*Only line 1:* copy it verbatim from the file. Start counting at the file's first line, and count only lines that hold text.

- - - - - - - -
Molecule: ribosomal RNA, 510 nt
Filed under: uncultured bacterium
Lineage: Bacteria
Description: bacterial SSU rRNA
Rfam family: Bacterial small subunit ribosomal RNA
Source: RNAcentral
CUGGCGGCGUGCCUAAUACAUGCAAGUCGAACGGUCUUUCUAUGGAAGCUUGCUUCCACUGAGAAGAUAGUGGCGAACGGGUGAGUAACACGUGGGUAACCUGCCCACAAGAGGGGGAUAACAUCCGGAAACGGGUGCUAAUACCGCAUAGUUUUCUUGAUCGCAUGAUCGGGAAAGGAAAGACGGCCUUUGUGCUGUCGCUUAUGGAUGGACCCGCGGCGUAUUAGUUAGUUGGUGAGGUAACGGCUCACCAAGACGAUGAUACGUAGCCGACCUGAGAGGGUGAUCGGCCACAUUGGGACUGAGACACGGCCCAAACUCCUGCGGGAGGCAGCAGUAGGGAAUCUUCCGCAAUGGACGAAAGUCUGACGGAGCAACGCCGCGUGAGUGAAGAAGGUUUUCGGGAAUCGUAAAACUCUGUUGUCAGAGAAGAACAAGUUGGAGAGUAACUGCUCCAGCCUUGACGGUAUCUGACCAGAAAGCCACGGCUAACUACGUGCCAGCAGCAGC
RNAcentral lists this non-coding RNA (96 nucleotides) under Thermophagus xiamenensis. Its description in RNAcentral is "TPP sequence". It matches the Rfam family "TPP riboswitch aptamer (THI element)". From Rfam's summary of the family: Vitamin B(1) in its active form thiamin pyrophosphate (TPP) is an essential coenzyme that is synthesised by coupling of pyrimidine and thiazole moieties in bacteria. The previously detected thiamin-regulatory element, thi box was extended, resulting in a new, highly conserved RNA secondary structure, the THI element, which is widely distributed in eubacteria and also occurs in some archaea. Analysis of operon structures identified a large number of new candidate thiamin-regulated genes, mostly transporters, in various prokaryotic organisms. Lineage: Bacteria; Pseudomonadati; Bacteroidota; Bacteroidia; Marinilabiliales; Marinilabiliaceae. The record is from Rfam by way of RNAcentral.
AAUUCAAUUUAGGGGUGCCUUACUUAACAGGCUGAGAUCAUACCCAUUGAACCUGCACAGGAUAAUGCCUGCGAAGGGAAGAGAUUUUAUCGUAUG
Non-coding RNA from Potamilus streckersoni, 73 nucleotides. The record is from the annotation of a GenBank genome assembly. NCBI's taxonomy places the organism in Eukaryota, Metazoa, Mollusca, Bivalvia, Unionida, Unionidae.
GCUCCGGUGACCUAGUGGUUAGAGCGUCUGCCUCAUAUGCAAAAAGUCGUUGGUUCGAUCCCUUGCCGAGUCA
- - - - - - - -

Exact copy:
Molecule: ribosomal RNA, 510 nt